GPL Carnage Report at Indy
September 26th, 2014 by JaimeB
Last season Grand Prix Legends debut at the Indianapolis Motor Speedway was dominated by Finnish sim-racers in a thrilling race with dramatic overtakes at over 200mph and colossal crashes up and down the field. The GPL’s return to The Brickyard in Season Three would be no different, well apart from the Flying Finns that is. What follows is more “carnage report” than race recap as just seven of the twenty participants went the full race distance and only eleven sim racers were around for the finish.
With a rolling start there wasn’t much happening in way of overtakes aside from an impressive Karl Modig who jumped four spots to eighth place within the first two turns. The action quickly escalated when seventh-placed Samuel Close went deep into Turn Three, made contact with the barrier and launched into a violent tumble. Thankfully only one other sim-racer was affected: Robert Reynolds in P19 clipped Close and was sent spinning into the barrier himself. Both drivers retired shortly after the incident, reducing the field to 18.
Not long after Close’s Turn Three incident Leo Graae went wide in the final corner, smacked the barrier and suffered similar consequences to Close, tumbling down the Start/Finish straight into an early retirement. And then there were 17 . . .
Graae was nicked by another Lotus when Jeff Sparks drove underneath him at 120mph while Daniel Steinemann suffered minor damage after hitting the pit wall while taking evasive action. Steinemann continued for a few laps until contact with Robert Plumley at Turn Four sent him into the barrier. And then there were 16 . . .
Plumley began his own love-affair with the barrier a few laps later heading into Turn One. Minor contact triggered an unstoppable chain reaction which sent him spinning across the track, but still in good enough condition to limp to the pits for repairs.
Lap Nine was a double-whammy for DNFs as first Tom Hutchins caught understeer mid-corner through Turn Three, clipped the barrier, and spun onto the apron before driving to the pits and retiring.
At almost the same time as was Hutchins spinning out of the race, Christopher Mellor rotated into retirement at the exit of Turn Four.
And then there were 14 . . .
The next victim of this lethal car and track combination was Steve Sarlis who was challenging Frank Guzzo for seventh on Lap 13 when he went just a bit too wide exiting Turn Two and suffered mechanical damage as as consequence. And then there were 13 . . .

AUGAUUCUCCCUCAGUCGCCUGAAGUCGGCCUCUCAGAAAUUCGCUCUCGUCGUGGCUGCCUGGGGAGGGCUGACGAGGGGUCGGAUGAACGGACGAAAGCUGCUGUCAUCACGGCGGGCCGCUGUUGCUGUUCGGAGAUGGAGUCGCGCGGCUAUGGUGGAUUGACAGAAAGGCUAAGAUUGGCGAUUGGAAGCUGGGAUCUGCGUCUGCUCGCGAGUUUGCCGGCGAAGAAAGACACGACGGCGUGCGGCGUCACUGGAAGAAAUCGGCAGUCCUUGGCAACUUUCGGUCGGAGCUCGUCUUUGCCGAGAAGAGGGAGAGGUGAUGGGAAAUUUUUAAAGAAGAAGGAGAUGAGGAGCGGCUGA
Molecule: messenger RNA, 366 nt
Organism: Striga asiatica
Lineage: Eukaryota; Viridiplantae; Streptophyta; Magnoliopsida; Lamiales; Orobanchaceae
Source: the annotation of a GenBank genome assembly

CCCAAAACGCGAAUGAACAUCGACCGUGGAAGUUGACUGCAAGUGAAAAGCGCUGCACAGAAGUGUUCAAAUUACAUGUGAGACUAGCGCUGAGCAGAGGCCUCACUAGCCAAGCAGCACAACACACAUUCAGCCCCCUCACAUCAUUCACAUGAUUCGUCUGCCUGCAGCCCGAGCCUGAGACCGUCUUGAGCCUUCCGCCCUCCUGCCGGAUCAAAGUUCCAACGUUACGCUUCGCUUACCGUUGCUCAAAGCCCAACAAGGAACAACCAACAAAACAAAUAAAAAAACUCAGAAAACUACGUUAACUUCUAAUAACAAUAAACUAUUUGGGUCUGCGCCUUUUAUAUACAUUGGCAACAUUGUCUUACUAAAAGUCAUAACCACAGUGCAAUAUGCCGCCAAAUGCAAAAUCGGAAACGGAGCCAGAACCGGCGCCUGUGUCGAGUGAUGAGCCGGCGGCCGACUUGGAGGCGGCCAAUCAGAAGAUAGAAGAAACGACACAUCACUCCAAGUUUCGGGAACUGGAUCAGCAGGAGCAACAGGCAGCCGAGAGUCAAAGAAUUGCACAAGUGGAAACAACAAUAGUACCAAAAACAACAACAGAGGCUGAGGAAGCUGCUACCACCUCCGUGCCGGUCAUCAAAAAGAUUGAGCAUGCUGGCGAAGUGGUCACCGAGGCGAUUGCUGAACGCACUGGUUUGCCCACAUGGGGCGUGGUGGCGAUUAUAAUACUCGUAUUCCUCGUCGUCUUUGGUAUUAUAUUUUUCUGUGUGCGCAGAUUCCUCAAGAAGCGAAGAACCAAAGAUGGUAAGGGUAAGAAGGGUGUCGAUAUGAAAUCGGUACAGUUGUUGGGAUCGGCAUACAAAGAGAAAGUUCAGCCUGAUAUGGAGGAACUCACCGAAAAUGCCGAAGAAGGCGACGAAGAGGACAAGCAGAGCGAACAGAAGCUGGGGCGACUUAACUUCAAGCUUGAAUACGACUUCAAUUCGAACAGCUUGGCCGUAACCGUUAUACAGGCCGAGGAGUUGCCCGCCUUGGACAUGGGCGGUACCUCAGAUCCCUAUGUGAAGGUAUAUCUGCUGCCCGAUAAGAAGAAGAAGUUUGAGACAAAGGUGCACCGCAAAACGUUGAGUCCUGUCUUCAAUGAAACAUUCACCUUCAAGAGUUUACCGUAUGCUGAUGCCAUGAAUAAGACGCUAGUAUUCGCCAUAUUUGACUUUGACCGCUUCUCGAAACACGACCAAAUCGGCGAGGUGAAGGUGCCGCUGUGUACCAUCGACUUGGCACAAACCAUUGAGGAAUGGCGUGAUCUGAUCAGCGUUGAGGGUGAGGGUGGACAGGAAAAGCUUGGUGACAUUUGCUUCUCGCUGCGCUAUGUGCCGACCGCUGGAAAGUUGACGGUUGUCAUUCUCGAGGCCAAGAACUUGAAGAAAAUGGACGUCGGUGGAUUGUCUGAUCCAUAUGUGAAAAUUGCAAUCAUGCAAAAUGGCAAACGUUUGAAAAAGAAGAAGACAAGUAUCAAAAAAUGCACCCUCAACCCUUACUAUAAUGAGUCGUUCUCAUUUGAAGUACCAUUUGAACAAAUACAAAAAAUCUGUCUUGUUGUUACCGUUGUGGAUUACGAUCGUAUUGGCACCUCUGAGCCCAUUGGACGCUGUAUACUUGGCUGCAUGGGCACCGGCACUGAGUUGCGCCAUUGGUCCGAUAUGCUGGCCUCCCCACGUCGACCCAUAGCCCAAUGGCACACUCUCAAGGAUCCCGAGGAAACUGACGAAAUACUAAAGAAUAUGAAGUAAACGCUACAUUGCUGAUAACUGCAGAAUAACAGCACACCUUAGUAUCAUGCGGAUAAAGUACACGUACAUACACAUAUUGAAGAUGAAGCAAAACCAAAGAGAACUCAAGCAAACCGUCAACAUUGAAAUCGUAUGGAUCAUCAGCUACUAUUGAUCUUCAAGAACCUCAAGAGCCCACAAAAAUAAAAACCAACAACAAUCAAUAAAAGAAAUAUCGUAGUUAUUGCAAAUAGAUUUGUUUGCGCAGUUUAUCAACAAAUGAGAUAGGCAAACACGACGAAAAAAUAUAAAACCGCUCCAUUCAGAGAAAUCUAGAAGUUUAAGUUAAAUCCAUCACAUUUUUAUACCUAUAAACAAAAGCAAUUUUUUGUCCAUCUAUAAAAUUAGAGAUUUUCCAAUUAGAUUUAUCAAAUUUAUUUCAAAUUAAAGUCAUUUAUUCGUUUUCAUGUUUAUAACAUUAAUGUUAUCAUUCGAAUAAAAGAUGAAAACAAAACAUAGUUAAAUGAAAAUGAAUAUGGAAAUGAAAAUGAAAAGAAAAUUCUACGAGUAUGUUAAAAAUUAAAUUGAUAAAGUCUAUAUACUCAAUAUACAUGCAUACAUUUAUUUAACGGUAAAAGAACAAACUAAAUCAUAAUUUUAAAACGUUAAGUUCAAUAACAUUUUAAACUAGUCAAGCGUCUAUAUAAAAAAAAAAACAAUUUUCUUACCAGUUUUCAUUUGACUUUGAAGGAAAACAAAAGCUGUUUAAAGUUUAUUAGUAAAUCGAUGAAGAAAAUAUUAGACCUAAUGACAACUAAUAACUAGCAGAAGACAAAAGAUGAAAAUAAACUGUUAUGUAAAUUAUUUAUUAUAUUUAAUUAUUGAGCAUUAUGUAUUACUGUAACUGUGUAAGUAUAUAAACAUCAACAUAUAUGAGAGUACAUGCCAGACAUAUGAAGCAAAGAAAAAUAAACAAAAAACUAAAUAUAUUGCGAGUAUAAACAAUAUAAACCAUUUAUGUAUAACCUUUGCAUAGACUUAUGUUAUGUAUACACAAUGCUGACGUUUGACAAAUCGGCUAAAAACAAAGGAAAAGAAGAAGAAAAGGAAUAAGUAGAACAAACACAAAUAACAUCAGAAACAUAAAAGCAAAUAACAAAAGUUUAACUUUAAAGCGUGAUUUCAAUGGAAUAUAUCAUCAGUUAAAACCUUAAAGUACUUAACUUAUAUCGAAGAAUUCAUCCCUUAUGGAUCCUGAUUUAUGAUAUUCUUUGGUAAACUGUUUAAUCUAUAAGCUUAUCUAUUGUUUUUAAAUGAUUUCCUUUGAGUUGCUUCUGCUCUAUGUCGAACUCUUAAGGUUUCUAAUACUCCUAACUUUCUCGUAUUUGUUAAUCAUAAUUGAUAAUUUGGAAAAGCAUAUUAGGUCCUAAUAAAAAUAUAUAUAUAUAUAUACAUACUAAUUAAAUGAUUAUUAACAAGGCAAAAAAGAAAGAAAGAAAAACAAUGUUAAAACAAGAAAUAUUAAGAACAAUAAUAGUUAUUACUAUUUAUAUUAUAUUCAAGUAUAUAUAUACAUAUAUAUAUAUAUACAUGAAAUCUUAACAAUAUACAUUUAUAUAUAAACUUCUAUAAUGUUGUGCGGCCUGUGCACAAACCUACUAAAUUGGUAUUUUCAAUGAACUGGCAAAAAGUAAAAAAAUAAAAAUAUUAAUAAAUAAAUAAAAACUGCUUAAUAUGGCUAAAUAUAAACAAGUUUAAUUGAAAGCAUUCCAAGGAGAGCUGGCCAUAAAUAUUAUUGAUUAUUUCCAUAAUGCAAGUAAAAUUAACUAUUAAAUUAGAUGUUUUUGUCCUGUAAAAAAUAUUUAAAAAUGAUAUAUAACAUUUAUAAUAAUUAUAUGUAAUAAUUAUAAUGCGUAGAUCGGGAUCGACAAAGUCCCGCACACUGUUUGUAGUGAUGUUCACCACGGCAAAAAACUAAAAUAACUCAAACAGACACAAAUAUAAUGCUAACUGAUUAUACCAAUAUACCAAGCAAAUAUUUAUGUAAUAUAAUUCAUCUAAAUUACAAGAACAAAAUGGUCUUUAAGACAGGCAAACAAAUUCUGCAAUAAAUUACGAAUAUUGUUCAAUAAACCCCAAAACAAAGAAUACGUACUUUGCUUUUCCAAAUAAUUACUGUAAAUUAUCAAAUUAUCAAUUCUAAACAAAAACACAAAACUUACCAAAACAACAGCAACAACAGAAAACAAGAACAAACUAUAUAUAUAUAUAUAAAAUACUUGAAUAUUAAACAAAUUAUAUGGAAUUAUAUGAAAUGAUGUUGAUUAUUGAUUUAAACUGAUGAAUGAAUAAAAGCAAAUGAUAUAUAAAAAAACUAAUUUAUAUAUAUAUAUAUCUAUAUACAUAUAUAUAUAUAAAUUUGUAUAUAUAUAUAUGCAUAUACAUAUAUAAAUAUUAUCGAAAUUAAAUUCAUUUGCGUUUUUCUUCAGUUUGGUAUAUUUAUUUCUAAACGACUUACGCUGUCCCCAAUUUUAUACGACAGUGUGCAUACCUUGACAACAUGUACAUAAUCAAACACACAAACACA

After a half dozen mercifully uneventful laps, Benjamin Schlarman broke the string by putting his Lotus 49 into the barrier as well. The eighth retirement of the day featured – by actual count — seven barrel rolls and a back flip, and reduced the field to an even dozen.
The ninth and final retirement of the day came on Lap 25 when Guzzo hit the wall exiting Turn Two at 150mph and — predictably — suffered severe mechanical damage. The good news is that Guzzo narrowly missed Glenn Dyson by a matter of inches as his wayward Lotus 49 swooped across the track. Guzzo retired shortly thereafter. And then there were 11 . . .
With the chaos (finally) settled, the race was all but decided. Claridge had led nearly every lap since taking the lead on Lap Seven, but had been unable to shake Jason Wells. Wells made some moves on Claridge, and while some were successful, none proved permanent. As the duo approaching the finish line for the final time (Lap 30), however, Claridge suddenly began to lose power and was sitting duck for was easily Wells. Moments later the soft, depressing sound of an engine running out of fuel enveloped Claridge as he coasted across the line in second place.
In the end Wells’ win was good for 103 points while a disappointed Claridge collected 97 points, enough for first and third for the week with runner-up Michael Morrison earning 102. The 92 points Nick Gudkov earned for a quiet third place finish in the race, three seconds behind Claridge and 15 seconds ahead of Modig, were good enough for fourth for the week.